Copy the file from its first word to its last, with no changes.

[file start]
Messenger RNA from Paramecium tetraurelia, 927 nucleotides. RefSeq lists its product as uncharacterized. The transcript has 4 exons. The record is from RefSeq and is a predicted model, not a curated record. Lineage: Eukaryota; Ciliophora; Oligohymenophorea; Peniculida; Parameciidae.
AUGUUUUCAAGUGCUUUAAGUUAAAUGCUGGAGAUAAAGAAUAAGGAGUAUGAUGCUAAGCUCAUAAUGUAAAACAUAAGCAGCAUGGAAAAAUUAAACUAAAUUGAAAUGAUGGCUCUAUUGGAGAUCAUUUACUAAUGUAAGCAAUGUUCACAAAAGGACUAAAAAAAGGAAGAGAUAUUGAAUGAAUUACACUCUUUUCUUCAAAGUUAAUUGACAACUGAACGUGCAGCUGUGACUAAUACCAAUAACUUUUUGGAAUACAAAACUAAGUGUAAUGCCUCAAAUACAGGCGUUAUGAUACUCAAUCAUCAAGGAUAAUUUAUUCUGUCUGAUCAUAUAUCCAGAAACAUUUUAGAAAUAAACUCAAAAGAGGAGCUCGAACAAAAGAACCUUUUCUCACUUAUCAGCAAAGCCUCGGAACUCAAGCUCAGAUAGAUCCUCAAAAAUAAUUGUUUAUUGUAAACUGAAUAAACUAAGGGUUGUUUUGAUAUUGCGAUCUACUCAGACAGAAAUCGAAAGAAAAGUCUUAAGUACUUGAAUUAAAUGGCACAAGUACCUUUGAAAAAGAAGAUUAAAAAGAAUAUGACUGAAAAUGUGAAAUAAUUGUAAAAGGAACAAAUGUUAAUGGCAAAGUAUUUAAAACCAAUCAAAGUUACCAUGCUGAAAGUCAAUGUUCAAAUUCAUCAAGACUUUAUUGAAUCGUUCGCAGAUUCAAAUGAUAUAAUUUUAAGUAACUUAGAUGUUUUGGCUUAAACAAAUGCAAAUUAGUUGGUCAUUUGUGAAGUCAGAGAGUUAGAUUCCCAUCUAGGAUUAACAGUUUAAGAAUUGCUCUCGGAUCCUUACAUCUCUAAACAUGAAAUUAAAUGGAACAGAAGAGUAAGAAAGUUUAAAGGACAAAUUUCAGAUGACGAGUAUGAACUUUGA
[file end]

Messenger RNA from Paramecium tetraurelia, 927 nucleotides. RefSeq lists its product as uncharacterized. The transcript has 4 exons. The record is from RefSeq and is a predicted model, not a curated record. Lineage: Eukaryota; Ciliophora; Oligohymenophorea; Peniculida; Parameciidae.
AUGUUUUCAAGUGCUUUAAGUUAAAUGCUGGAGAUAAAGAAUAAGGAGUAUGAUGCUAAGCUCAUAAUGUAAAACAUAAGCAGCAUGGAAAAAUUAAACUAAAUUGAAAUGAUGGCUCUAUUGGAGAUCAUUUACUAAUGUAAGCAAUGUUCACAAAAGGACUAAAAAAAGGAAGAGAUAUUGAAUGAAUUACACUCUUUUCUUCAAAGUUAAUUGACAACUGAACGUGCAGCUGUGACUAAUACCAAUAACUUUUUGGAAUACAAAACUAAGUGUAAUGCCUCAAAUACAGGCGUUAUGAUACUCAAUCAUCAAGGAUAAUUUAUUCUGUCUGAUCAUAUAUCCAGAAACAUUUUAGAAAUAAACUCAAAAGAGGAGCUCGAACAAAAGAACCUUUUCUCACUUAUCAGCAAAGCCUCGGAACUCAAGCUCAGAUAGAUCCUCAAAAAUAAUUGUUUAUUGUAAACUGAAUAAACUAAGGGUUGUUUUGAUAUUGCGAUCUACUCAGACAGAAAUCGAAAGAAAAGUCUUAAGUACUUGAAUUAAAUGGCACAAGUACCUUUGAAAAAGAAGAUUAAAAAGAAUAUGACUGAAAAUGUGAAAUAAUUGUAAAAGGAACAAAUGUUAAUGGCAAAGUAUUUAAAACCAAUCAAAGUUACCAUGCUGAAAGUCAAUGUUCAAAUUCAUCAAGACUUUAUUGAAUCGUUCGCAGAUUCAAAUGAUAUAAUUUUAAGUAACUUAGAUGUUUUGGCUUAAACAAAUGCAAAUUAGUUGGUCAUUUGUGAAGUCAGAGAGUUAGAUUCCCAUCUAGGAUUAACAGUUUAAGAAUUGCUCUCGGAUCCUUACAUCUCUAAACAUGAAAUUAAAUGGAACAGAAGAGUAAGAAAGUUUAAAGGACAAAUUUCAGAUGACGAGUAUGAACUUUGA